Resilient. Tough. Gritty.
The Warriors will unfairly be robbed of such appraised championship clichés, at least initially, in favor of terms that exemplify their new-aged style of basketball.
Perhaps it’s fitting that Golden State rises above overused clichés because their brand of basketball represented something more, an expansion of the game into a showcase of glitzy modern-day basketball.
However, innovations and additions often only occur to things when the base proves to be stable. That’s what made the Warriors so dominant, so mesmerizing, so entertaining, and eventually so championship worthy. Intangibles qualities such as resiliency, toughness and character didn’t need to be prioritized or emphasized because they were already so strongly engrained into the culture. Warriors isn’t just a nickname, it’s an embodiment.
The intangibles made them champions, but, there is no denying it, the playing style made the Warriors entertaining as hell. The Run-n-Gun pace, the free flowing, movement-based offense, the shape shifting versatility and, of course, those silky rainbow jumpers that cued Oracle eruptions on a nightly basis. It all added up to something Golden.
It wasn’t always this way. For much of the past decade plus the Warriors compiled points at a premium, but allowed opponents to light up the scoreboard at even greater rate. In other words, defense wasn’t a priority.
Enter Mark Jackson, who ditched his broadcasting gig and brought a new intensity and pride to the less glamorous side of the ball, while the Golden State front office began acquiring a new brand of player. However, while Jackson brought a new dedication and discipline to the defensive side, his offense staled out, as did his tenure as coach, in a bundle of boggled down, passing devoid isolations breeding inefficiency.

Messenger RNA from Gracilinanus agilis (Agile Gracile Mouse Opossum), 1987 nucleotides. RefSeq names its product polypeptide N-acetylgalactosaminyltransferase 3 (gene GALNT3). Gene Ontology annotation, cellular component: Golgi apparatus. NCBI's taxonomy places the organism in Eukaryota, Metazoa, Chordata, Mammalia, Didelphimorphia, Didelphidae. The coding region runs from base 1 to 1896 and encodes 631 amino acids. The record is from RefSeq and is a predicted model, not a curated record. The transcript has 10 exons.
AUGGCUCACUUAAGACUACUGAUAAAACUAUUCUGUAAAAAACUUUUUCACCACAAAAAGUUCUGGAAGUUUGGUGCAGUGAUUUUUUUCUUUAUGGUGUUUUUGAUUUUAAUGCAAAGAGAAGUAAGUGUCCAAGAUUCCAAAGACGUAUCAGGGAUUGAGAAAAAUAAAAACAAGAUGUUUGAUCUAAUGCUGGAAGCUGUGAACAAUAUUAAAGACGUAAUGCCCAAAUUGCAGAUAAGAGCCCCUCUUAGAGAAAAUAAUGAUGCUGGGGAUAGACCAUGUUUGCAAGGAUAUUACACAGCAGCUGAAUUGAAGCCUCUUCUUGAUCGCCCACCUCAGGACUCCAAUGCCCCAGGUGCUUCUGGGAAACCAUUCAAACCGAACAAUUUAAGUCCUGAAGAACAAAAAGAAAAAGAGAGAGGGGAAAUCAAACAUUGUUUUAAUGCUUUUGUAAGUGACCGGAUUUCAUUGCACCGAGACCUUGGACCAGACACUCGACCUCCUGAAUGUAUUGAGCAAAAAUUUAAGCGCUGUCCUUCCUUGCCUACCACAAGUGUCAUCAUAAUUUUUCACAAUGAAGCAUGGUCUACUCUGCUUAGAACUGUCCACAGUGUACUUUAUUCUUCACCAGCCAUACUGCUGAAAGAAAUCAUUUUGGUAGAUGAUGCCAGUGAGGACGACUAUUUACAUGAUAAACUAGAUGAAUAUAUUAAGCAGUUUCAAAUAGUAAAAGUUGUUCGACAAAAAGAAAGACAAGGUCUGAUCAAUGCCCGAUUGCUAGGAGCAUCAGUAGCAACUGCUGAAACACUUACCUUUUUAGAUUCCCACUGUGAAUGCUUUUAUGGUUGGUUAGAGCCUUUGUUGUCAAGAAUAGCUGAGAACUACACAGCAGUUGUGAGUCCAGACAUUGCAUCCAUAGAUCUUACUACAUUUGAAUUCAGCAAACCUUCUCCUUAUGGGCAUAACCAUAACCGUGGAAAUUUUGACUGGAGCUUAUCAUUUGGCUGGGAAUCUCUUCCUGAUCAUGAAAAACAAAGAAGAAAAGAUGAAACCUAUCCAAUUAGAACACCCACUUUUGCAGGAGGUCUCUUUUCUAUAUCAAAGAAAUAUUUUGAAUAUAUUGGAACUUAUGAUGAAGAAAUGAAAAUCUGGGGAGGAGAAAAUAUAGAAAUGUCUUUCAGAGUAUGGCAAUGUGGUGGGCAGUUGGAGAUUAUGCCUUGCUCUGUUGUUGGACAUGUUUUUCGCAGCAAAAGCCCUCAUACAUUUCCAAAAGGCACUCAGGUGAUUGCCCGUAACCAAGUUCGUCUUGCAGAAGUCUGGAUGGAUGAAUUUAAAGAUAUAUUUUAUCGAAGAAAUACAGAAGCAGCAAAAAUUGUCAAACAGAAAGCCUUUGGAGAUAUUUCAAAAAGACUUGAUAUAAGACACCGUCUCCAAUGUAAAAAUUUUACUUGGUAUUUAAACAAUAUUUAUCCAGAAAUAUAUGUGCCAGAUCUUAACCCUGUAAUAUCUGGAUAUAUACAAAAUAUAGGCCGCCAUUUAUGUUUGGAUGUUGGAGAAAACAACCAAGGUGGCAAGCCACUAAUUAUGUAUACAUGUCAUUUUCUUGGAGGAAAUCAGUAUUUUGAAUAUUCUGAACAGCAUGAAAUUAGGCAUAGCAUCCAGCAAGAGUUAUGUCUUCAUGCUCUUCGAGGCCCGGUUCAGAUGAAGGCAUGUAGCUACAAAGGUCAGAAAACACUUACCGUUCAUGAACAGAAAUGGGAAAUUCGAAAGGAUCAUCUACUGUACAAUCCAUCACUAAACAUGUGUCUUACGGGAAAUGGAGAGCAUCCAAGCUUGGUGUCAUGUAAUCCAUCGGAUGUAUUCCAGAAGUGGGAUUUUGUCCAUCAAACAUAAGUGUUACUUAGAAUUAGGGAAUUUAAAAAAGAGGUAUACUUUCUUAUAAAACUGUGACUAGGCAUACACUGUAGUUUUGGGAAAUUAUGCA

However, when Steve Kerr chose Golden State over the blundering franchise residing in New York, he brought a new level of ingenuity to the Warriors offense, utilizing the luxurious pool of talent. Kerr unleashed a flurry of off-ball movement via basket cuts, back screens, pindowns and cross screens among a number of other new quirks. He discovered and then unleashed a devastating pick-and-roll/pop series between Steph Curry and Draymond Green, with shooters abound to space the floor.
Kerr, however, refused to yield or sacrifice an ounce of the built up defensive fortitude in order to attain enriched offensive delights. He reinforced the team’s developing defensive pedigree, pushing his players to improve individually while drilling his team to perfect a switch-heavy scheme centered upon the versatility of Green, the rim protection of Andrew Bogut and the glut of long-armed wings who epitomized “positionless basketball.”
Kerr also expertly managed the task of dealing with professional athletes transfixed with pride and ego, convincing former All-Stars such as Andre Iguodala and David Lee to accept bench roles for the betterment of the team. With the season’s stresses at its highest peak, Kerr persuaded Bogut to assume the role of bench warmer as the Warriors trailed the Cavaliers 2-1 in the Finals heading into Game 4. The move paid off and as the final seconds of Game 6 ticked away, Kerr exalted, not with the team he initially took over, but with the family he had bonded.